The Police Bureau of Investigation (PBI) conducted a research and published a report in July, 2019 on the banditry cases of the country. PBI stated in their report clearly that 50% of dacoity cases failed in the courts for hostile witnesses. The Narcotics Control Department admitted that 48.45% of case was failed and the accused was acquitted in last 10 years because of the witnesses.
High Court Division (HCD) in few cases sets some guidelines to speedy trial and ordered to formulate monitoring cell and monitoring committee for ensuring the production of witnesses in the courts, especially in the case of the Women and Children Repression Prevention Tribunal cases. The HCD expressed in some orders and judgments that the government will take proper initiative to make law on the protection of victim and witness.
In our legal system, there are a few laws which provide the provision of the protection of victim and witness. One of the finest Acts is the Prevention of Torture and Custodial Death Act of 2013. It provides a comprehensive protection in the custody of the law enforcement force or authorities. Another statute is the Women and Children Repression Prevention Act-2000. Section 9 (5) and 14 deal with interest and protection about the victim. To be mentioned here, section 14 of the Prevention of the Human Trafficking Act-2012 provides a separate offence to give any threat, intimidation to victim and witness as well as create any barrier to investigation and trial of the offence, and punishment is up to 7 years. In 2013, the Parliament enacted a new Children Act that comprehensively covers the protection and legal rights of the children in the light of International standard. The International Crimes Tribunal Rules of Procedure, 2010, has a separate section 58A to deal with the witness and victim comprehensive protection.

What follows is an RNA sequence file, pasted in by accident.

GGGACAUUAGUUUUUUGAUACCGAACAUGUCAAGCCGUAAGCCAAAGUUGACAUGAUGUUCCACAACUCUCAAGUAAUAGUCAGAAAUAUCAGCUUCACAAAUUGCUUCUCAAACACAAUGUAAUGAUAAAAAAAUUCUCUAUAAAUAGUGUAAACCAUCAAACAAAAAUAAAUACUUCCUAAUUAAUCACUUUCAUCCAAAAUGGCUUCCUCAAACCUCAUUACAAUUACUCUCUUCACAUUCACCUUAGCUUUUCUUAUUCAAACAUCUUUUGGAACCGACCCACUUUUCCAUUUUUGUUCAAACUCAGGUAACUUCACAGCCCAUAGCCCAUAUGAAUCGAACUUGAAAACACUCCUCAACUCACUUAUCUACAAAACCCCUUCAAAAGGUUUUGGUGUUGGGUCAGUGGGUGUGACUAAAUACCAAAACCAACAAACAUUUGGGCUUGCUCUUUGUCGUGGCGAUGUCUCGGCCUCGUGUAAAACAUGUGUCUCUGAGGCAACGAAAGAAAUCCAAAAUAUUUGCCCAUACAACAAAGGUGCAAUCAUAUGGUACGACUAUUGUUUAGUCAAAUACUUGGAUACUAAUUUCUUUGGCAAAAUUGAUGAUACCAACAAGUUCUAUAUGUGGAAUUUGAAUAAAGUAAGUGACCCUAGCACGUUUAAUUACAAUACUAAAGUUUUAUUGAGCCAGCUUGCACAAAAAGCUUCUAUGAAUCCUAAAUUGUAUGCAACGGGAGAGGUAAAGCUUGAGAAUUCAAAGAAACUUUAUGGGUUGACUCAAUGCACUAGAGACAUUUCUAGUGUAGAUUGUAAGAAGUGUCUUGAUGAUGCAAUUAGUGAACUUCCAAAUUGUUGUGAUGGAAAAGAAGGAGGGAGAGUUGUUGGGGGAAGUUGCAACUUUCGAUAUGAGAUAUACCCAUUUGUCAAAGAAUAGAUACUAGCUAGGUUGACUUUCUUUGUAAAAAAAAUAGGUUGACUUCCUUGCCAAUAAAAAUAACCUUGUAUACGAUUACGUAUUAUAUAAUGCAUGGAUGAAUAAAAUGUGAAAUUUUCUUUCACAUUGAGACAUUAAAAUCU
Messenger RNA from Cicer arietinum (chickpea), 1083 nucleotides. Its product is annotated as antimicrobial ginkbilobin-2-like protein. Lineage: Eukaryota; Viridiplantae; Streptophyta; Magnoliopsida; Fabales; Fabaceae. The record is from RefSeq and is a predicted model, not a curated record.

The law on the protection of victim and witness was enacted in many countries; for example the USA in 1982, the UK in 1999, Australia in 1994, Hong Kong in 2000, Colombia in 1997, Germany in 1998, South Africa in 1998, Italy in 2001, Pakistan in 2017 and Sri Lanka in 2015. India has taken initiative to formulate law and draft as “The Witness Protection Scheme 2018” and the Delhi Provincial Government enacted law in 2015. In 2008, United Nations on the Drug Convention had made a standard model protection of witness. UN Declaration of Basic Principles of Justice for Victims of Crime and Abuse of Power, 1985 is also a milestone for making such laws.
Recently a writ petition has been filed in HCD by Children Charity Bangladesh (CCB) on 24 February, 2021, seeking to formulate laws and scheme for the protection and compensation towards victims of rape and sexual assault. Interestingly in India, compensation for victims is ensured through a national scheme formulated by the Supreme Court of India in 2018. In conclusion, I would say that a comprehensive victim and witness protection law is now a need of the hour. The aim should be to protect the victims and witnesses and grant them certain rights and benefits to ensure their appearance before the investigative bodies and the courts or tribunals to give their evidence in respect of the alleged crime without fear of threat or intimidation of the accused.
The writer is a Senior Judicial Magistrate, Chief Judicial Magistrate Court, Feni